Gift from Hijaz

From Wikipedia, the free encyclopedia

Gift from Hijaz
Gift from Hijaz.jpg
AuthorMuhammad Iqbal
Publication date

Armaghan-i-Hijaz (Urdu: ارمغان حجاز; or The Gift of the Hijaz; originally published in Persian, 1938) was a philosophical poetry book of Allama Iqbal, the great poet-philosopher of Islam.


This work, published a few months after the poet's death, is a fairly small volume containing verses in both Persian and Urdu. It is incomplete, although this is not readily apparent to the reader; for Iqbal left some gaps in the book which he intended to fill when he made the pilgrimage to Mecca. The title means "Gift from the Hijaz." He had long wished to undertake the journey to the Arabian Peninsula to perform the Hajj and to visit the tomb of Muhammad, but was prevented from doing so by continuous illness during the last years of his life. Iqbal began composing the Armaghan as a gift to take to the Hijaz, intending to publish it on his return to India as a "Gift from the Hijaz" to his countrymen.

In this, his last work, we find the poet more withdrawn and introspective than previously. The poems are shorter and more personal. The impression left is that the author is taking a last look at the world around him before leaving it behind. The themes are largely the familiar ones, but the treatment is as fresh, forceful and delicate as ever. Iqbal's outspokenness, even when addressing God, in criticizing human evils and in his hatred of injustice and oppression and his devotion to Muhammad and his companions, all remain undiminished. As a summing-up of the ideas and feelings of a great thinker, the Armaghan merits a special place among the literary classics of the twentieth century.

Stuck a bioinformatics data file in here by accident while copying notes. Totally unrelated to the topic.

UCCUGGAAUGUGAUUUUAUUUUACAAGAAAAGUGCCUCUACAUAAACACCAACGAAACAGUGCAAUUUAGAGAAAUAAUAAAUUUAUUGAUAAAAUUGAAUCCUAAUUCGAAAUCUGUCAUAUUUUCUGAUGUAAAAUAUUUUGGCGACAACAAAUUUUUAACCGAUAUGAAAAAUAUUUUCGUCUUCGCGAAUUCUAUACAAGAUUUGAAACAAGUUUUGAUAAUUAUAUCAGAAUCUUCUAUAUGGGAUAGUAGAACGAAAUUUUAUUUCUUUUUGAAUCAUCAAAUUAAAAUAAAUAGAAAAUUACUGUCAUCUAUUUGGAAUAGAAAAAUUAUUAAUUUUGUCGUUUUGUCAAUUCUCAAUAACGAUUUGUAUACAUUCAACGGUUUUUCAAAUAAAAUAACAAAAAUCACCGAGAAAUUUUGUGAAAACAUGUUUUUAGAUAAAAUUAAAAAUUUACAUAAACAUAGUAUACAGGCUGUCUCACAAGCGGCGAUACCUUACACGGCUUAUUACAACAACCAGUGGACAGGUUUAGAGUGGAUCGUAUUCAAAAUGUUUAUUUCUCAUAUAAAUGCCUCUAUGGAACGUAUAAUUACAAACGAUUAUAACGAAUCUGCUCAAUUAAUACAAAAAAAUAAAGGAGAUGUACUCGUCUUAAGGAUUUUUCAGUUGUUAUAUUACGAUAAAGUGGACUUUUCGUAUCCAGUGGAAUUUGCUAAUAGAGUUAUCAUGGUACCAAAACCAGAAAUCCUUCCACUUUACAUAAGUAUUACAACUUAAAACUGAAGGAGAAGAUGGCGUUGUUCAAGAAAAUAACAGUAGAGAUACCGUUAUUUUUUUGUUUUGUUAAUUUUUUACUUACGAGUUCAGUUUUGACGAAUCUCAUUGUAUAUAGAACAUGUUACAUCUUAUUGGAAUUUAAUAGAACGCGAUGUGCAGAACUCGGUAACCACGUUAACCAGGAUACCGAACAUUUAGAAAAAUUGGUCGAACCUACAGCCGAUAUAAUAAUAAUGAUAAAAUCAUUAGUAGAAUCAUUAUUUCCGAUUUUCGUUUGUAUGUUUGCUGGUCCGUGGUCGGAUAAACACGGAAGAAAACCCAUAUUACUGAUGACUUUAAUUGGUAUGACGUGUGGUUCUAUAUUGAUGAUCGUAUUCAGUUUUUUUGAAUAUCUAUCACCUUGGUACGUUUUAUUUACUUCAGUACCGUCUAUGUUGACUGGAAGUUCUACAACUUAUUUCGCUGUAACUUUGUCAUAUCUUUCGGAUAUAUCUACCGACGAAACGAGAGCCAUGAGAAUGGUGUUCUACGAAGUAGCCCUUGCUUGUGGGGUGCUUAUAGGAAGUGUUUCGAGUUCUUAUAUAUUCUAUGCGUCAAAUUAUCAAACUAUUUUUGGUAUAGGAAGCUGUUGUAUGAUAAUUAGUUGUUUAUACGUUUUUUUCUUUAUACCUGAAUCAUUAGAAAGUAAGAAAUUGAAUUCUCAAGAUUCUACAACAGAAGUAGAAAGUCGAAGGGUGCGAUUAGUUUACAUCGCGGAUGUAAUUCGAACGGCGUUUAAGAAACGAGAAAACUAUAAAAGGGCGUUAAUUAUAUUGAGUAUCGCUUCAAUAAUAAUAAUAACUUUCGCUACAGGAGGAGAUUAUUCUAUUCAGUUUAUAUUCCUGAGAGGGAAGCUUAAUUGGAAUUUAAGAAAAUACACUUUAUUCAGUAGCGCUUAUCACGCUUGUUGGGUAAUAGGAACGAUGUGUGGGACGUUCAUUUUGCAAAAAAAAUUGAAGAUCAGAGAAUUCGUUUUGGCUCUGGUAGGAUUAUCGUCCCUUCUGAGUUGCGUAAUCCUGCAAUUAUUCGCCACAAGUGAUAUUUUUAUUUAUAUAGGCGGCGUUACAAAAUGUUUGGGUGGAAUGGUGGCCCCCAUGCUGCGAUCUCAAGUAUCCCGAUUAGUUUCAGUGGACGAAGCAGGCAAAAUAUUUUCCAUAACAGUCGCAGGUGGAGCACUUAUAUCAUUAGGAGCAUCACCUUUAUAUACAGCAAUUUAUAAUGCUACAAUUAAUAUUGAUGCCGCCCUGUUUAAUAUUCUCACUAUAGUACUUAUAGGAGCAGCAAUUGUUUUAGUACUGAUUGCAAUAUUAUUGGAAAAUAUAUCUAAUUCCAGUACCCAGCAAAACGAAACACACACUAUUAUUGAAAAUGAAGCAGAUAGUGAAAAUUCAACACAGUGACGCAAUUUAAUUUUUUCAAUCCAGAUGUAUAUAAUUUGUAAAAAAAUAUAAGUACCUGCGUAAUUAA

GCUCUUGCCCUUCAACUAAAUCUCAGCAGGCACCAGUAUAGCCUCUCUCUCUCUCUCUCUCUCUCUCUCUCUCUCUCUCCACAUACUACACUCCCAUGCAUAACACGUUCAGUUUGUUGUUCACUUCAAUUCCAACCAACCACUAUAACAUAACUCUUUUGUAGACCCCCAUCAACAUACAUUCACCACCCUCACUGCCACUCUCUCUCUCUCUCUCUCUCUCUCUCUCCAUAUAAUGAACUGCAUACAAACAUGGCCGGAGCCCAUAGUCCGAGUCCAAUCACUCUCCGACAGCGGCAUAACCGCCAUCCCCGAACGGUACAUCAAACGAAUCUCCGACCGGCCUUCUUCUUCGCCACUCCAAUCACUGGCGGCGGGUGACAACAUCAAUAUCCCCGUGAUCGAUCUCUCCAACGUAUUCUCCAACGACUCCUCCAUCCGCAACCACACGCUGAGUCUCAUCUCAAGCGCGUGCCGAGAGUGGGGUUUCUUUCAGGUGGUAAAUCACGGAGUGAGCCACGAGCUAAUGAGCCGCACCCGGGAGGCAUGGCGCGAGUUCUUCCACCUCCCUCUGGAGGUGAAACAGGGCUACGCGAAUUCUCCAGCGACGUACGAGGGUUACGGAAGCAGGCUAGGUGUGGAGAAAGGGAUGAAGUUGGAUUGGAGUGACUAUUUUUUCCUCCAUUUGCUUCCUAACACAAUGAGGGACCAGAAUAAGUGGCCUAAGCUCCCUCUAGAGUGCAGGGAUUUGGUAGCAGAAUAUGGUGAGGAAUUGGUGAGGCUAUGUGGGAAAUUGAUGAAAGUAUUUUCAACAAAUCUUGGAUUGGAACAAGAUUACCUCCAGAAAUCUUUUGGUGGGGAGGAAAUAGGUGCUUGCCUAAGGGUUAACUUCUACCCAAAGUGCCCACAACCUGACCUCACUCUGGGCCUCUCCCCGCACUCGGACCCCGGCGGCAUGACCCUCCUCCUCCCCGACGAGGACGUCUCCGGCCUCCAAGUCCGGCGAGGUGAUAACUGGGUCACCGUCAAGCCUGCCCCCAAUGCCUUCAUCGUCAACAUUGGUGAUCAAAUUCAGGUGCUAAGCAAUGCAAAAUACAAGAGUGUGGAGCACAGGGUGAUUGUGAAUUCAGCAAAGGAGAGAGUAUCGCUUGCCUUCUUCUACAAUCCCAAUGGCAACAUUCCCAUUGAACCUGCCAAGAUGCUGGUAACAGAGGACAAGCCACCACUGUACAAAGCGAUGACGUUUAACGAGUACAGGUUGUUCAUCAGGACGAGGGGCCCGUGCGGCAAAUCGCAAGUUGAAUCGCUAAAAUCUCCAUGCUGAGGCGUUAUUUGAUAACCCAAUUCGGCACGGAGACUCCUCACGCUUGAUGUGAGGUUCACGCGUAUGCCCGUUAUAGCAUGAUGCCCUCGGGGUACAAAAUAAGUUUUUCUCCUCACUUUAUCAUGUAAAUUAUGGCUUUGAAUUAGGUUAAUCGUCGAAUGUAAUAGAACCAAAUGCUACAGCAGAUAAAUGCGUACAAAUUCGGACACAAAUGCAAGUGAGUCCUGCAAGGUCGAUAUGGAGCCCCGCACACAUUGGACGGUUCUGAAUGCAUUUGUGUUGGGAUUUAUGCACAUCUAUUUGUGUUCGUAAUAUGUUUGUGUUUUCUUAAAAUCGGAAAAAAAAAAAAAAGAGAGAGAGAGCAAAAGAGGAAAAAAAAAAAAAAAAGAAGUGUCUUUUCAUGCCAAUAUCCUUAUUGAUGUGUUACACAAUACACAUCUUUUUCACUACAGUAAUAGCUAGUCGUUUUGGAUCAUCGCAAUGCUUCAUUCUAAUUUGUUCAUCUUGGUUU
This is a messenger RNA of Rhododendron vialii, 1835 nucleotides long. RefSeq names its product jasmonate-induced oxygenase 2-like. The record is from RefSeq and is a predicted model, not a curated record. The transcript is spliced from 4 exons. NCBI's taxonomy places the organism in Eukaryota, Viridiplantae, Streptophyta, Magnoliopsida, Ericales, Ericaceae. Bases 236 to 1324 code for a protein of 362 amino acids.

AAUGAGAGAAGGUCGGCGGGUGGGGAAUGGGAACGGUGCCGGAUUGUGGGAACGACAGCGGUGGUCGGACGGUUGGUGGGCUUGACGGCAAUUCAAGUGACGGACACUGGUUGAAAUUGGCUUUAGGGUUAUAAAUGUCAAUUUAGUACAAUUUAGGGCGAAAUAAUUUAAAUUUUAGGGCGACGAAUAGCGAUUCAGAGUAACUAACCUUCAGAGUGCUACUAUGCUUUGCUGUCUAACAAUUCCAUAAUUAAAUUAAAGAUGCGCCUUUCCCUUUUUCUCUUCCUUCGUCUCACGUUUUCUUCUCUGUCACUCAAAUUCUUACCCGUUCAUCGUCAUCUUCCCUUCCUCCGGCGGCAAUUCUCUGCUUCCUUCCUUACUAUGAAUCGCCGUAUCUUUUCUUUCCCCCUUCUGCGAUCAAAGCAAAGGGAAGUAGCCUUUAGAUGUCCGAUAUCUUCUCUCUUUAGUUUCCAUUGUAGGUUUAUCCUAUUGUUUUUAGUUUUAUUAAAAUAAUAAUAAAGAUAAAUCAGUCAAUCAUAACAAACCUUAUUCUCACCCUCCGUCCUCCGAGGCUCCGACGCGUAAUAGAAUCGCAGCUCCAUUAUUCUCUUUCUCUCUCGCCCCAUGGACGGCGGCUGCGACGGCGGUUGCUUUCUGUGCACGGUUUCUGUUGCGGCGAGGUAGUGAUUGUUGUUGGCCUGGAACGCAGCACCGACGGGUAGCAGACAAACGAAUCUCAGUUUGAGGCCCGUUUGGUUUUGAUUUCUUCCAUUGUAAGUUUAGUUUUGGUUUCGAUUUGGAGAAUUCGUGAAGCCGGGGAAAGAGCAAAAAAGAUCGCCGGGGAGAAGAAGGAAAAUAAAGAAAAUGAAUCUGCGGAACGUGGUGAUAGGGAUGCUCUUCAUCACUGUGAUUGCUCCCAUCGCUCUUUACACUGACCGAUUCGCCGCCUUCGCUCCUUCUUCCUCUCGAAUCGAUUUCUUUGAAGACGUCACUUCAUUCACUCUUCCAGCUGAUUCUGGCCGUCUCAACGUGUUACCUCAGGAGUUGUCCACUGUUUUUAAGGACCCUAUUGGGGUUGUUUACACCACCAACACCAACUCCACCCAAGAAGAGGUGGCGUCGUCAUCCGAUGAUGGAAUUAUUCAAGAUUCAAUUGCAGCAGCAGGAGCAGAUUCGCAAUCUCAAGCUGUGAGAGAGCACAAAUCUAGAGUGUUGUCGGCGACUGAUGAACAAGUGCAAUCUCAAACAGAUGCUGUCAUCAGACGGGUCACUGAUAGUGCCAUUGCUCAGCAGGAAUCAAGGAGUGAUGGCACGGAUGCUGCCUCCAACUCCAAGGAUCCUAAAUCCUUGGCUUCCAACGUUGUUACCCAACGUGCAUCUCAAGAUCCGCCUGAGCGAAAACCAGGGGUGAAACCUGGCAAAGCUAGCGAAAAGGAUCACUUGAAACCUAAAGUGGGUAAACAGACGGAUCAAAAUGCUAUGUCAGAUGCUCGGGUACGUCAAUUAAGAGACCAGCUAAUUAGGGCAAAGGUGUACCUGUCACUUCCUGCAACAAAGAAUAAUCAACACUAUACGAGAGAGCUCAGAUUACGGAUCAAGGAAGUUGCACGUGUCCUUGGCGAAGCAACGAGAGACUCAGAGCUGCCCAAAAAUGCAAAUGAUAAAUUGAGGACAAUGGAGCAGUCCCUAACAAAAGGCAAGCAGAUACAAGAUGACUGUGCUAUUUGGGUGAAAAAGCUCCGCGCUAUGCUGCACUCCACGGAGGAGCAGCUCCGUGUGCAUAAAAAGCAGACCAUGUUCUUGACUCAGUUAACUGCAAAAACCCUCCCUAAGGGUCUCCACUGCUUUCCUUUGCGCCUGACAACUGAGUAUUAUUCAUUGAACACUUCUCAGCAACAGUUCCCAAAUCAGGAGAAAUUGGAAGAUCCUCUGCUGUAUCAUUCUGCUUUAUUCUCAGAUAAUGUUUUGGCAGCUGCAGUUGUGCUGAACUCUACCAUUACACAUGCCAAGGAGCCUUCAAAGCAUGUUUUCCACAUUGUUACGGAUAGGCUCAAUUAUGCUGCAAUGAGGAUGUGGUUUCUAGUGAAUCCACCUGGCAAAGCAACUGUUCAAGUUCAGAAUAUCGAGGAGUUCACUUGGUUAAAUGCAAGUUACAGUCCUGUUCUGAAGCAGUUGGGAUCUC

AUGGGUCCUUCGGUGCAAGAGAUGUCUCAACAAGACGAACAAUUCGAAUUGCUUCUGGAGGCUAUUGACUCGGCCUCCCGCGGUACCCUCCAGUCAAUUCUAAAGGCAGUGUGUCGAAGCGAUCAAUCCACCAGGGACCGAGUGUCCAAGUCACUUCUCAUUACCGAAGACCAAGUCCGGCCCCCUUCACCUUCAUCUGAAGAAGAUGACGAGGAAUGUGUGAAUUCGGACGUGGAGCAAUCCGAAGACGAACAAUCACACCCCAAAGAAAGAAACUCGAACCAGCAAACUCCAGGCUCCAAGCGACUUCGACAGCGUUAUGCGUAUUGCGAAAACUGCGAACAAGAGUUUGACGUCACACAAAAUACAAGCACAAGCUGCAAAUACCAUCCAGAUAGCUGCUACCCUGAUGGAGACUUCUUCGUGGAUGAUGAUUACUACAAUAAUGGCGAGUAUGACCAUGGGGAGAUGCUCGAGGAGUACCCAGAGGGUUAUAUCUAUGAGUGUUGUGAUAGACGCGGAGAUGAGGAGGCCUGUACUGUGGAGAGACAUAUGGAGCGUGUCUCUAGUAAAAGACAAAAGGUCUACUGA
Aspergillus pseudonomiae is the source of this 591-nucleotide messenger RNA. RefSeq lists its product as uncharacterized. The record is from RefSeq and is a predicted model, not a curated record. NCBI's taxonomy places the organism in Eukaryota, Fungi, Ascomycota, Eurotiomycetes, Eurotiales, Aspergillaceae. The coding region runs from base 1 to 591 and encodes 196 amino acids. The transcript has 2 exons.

It is divided into two parts, the first containing Persian, the second Urdu poems. The Persian verses, all in ruba'i form, are divided into five groups and presents God the Truth, Muhammad, the Muslim nation, Mankind and the "Companions on the Path to God."

The second part comprises Urdu poems composed between 1935 and the time of his death and include a poem describing the ideological confusion of the poet's time and its impact on Muslims.

In this work, Iqbal touches on practically every question with which he had been preoccupied during his life of intellectual striving and literary achievement. The poems which comprise this final work give the impression that the writer has at last found the tranquility he had for so long sought:

The song that has gone may come again - or may not.
A fresh breeze may come from Hijaz - or may not.
The days of this poor humble man are ended;
Another knower of secrets may come - or may not.[2]


See also[edit]


  1. ^ Mustansir Mir (5 July 2006). Iqbal. I.B.Tauris. pp. 19–. ISBN 978-1-84511-094-9.
  2. ^ "Introduction to Armaghan-i-Hijaz". Iqbal Academy Pakistan.
  3. ^ "Armaghan-i-Hijaz , translated by Q.A. Kabit". Iqbal Academy Pakistan.

External links[edit]

Read online
Iqbal Academy Pakistan